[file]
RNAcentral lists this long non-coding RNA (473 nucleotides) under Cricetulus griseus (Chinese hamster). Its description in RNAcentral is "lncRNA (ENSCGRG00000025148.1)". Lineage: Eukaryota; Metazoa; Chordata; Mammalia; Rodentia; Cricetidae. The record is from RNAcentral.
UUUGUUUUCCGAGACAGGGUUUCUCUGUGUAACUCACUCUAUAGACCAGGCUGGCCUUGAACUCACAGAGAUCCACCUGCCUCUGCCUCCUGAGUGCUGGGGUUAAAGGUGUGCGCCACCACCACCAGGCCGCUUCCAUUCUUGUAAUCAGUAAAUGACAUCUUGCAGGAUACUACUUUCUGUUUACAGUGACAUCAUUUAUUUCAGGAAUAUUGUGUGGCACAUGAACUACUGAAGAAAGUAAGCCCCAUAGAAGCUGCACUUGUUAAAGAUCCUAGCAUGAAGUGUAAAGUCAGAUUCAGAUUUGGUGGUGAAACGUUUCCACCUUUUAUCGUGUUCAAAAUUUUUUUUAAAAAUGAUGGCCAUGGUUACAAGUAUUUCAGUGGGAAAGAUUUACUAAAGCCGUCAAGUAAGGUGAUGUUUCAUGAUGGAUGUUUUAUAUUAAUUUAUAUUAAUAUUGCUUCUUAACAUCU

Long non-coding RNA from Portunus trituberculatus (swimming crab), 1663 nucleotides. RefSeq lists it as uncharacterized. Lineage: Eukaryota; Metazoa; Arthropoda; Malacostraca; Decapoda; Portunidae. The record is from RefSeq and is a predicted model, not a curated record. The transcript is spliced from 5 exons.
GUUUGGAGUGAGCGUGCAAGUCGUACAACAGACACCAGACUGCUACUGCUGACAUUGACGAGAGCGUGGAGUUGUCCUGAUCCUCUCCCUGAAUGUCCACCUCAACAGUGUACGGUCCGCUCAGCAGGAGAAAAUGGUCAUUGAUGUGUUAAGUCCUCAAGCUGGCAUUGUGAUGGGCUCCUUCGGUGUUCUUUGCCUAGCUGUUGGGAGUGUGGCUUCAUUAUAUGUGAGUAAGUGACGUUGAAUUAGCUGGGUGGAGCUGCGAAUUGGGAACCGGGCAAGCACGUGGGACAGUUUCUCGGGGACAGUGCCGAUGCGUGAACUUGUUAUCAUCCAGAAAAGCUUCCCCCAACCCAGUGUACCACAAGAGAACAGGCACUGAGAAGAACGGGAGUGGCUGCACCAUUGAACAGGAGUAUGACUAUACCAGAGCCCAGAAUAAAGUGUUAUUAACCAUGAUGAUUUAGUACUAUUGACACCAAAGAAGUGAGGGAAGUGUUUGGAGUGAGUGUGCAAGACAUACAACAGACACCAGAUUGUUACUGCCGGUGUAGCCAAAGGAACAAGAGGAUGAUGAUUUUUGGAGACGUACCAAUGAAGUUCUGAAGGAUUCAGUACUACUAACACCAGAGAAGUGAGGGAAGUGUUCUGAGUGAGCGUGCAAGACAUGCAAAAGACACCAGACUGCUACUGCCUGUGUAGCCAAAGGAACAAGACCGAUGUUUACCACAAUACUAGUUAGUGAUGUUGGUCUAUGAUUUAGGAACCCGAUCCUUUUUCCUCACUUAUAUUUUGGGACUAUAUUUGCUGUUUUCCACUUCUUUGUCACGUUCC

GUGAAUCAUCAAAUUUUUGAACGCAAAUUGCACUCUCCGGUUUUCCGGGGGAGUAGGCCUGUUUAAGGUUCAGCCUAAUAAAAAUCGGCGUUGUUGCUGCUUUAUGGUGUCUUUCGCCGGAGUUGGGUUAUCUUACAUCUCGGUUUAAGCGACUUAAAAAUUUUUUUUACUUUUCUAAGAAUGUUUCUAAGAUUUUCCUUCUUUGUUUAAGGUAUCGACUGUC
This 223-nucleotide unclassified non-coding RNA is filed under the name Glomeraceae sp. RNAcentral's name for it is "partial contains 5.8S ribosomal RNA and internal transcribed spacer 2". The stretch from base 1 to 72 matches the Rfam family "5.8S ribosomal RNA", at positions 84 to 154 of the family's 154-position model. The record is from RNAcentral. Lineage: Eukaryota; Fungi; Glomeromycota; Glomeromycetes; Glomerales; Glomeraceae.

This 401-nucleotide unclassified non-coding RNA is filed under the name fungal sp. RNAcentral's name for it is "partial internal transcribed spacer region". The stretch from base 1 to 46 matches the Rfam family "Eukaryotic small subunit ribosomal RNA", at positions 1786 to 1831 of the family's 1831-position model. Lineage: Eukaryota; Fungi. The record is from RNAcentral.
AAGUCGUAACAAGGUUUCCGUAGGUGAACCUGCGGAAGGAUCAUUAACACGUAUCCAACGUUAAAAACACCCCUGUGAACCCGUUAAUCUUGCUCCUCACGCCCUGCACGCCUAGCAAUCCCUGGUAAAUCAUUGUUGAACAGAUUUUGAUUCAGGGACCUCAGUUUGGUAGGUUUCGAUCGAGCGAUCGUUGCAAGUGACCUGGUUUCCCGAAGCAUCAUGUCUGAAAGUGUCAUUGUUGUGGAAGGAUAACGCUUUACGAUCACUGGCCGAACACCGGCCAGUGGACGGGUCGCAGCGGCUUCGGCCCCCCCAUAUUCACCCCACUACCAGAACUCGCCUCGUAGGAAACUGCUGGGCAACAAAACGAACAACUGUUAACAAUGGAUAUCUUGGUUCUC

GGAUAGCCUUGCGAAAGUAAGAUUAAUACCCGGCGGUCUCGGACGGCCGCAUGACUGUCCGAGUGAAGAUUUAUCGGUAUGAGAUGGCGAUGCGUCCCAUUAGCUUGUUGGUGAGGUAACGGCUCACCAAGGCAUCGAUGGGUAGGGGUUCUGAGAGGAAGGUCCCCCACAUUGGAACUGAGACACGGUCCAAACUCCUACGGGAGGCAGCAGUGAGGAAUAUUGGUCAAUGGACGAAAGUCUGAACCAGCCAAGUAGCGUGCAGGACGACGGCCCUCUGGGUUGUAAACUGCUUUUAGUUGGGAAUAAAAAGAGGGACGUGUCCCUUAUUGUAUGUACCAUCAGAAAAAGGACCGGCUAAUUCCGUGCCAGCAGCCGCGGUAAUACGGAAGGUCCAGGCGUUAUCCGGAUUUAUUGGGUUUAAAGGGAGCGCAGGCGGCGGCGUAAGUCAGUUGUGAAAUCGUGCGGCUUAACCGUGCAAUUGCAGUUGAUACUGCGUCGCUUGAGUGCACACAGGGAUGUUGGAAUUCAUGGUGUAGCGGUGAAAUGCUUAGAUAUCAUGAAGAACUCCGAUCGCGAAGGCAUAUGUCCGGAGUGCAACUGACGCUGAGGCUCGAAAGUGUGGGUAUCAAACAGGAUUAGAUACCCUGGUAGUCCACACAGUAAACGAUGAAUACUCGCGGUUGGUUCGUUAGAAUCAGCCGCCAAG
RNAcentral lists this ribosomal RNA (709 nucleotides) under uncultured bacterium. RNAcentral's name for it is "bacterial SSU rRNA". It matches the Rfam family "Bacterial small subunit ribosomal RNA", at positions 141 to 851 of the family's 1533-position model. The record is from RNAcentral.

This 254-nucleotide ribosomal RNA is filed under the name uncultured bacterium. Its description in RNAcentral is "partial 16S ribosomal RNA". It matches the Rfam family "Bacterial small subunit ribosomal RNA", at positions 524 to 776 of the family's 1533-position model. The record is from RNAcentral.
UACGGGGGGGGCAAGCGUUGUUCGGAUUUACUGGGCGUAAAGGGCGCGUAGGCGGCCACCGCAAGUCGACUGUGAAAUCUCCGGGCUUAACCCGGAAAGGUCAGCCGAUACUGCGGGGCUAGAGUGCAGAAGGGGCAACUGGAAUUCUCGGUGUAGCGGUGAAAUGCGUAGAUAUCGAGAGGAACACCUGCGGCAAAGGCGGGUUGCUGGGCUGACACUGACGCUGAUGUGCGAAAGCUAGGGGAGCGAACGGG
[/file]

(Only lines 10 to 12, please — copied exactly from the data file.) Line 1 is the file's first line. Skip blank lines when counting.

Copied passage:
RNAcentral lists this ribosomal RNA (709 nucleotides) under uncultured bacterium. RNAcentral's name for it is "bacterial SSU rRNA". It matches the Rfam family "Bacterial small subunit ribosomal RNA", at positions 141 to 851 of the family's 1533-position model. The record is from RNAcentral.

This 254-nucleotide ribosomal RNA is filed under the name uncultured bacterium. Its description in RNAcentral is "partial 16S ribosomal RNA". It matches the Rfam family "Bacterial small subunit ribosomal RNA", at positions 524 to 776 of the family's 1533-position model. The record is from RNAcentral.
UACGGGGGGGGCAAGCGUUGUUCGGAUUUACUGGGCGUAAAGGGCGCGUAGGCGGCCACCGCAAGUCGACUGUGAAAUCUCCGGGCUUAACCCGGAAAGGUCAGCCGAUACUGCGGGGCUAGAGUGCAGAAGGGGCAACUGGAAUUCUCGGUGUAGCGGUGAAAUGCGUAGAUAUCGAGAGGAACACCUGCGGCAAAGGCGGGUUGCUGGGCUGACACUGACGCUGAUGUGCGAAAGCUAGGGGAGCGAACGGG